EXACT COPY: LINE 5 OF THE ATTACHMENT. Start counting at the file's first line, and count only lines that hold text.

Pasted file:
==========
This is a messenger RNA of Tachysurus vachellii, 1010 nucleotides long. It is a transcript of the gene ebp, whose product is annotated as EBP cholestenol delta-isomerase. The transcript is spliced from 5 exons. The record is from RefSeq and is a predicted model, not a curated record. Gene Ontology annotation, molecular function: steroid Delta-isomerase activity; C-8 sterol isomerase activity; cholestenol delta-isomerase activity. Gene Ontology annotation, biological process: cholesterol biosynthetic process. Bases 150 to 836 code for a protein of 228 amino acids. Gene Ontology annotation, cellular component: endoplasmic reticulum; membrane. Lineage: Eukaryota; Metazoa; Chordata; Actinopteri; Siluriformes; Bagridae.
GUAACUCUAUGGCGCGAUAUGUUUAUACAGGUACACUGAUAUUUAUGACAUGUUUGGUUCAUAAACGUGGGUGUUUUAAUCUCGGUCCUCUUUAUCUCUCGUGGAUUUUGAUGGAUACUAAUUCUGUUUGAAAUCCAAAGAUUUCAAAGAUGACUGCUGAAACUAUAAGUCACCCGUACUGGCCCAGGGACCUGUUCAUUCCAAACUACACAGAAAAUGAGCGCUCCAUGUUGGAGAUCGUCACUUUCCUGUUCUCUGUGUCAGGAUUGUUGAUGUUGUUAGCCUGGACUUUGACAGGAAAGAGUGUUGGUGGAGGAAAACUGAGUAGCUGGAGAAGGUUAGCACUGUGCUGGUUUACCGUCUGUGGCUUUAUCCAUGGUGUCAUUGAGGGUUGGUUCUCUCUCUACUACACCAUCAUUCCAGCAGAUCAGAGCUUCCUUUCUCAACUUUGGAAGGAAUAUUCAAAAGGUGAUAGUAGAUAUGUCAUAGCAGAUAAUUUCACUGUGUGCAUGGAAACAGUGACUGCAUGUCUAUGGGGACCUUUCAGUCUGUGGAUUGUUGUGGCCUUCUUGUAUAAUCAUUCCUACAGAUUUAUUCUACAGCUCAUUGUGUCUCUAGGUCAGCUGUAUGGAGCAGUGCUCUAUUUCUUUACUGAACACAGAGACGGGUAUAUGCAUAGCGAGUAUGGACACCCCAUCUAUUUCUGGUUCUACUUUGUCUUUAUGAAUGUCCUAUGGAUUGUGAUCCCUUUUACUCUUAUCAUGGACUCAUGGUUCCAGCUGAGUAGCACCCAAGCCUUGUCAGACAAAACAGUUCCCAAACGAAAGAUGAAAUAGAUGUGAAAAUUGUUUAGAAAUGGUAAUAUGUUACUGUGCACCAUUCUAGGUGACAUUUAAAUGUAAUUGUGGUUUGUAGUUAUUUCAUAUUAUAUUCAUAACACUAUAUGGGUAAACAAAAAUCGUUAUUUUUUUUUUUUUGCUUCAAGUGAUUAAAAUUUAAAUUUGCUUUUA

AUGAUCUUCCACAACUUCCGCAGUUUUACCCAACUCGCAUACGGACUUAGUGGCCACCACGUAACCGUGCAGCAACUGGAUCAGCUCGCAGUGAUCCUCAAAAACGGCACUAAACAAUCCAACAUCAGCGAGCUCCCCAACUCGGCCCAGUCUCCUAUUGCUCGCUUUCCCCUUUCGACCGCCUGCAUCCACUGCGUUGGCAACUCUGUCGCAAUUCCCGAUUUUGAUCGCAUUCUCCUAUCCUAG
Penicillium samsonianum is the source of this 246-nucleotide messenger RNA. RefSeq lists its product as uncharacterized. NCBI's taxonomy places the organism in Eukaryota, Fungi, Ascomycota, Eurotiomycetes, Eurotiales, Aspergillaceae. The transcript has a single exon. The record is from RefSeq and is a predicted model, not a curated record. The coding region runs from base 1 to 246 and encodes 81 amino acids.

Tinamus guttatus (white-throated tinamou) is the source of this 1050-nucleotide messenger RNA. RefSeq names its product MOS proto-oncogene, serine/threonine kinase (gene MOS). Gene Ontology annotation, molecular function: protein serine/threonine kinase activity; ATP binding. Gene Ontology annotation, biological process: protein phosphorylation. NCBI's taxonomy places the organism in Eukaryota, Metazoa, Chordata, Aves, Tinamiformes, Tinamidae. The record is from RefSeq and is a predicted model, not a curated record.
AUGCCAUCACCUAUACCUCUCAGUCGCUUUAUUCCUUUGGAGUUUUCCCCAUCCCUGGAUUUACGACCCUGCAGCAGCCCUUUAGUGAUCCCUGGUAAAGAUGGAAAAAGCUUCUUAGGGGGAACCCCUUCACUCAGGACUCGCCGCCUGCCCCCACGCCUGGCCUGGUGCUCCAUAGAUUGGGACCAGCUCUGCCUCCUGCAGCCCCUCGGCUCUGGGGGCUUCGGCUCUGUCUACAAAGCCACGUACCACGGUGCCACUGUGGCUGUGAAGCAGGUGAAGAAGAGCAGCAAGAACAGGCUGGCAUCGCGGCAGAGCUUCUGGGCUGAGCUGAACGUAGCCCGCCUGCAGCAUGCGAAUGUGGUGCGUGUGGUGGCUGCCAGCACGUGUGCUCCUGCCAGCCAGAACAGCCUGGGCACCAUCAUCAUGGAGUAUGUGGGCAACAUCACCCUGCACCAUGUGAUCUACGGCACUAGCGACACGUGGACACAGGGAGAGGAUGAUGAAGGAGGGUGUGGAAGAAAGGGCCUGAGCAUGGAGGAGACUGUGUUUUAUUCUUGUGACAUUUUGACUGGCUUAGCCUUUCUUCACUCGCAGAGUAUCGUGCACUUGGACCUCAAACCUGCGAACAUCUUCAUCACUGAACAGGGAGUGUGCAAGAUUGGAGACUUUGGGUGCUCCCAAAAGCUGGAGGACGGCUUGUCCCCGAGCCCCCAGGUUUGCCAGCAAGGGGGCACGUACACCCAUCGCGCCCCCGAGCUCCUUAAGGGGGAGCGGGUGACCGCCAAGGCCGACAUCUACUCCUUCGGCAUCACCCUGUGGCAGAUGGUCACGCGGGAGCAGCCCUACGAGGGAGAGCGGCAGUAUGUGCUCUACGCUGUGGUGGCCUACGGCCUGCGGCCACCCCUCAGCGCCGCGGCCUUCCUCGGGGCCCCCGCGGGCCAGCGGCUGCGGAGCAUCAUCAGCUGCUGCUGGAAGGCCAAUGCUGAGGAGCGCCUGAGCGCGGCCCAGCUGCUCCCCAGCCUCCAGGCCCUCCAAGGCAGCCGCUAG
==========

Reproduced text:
Tinamus guttatus (white-throated tinamou) is the source of this 1050-nucleotide messenger RNA. RefSeq names its product MOS proto-oncogene, serine/threonine kinase (gene MOS). Gene Ontology annotation, molecular function: protein serine/threonine kinase activity; ATP binding. Gene Ontology annotation, biological process: protein phosphorylation. NCBI's taxonomy places the organism in Eukaryota, Metazoa, Chordata, Aves, Tinamiformes, Tinamidae. The record is from RefSeq and is a predicted model, not a curated record.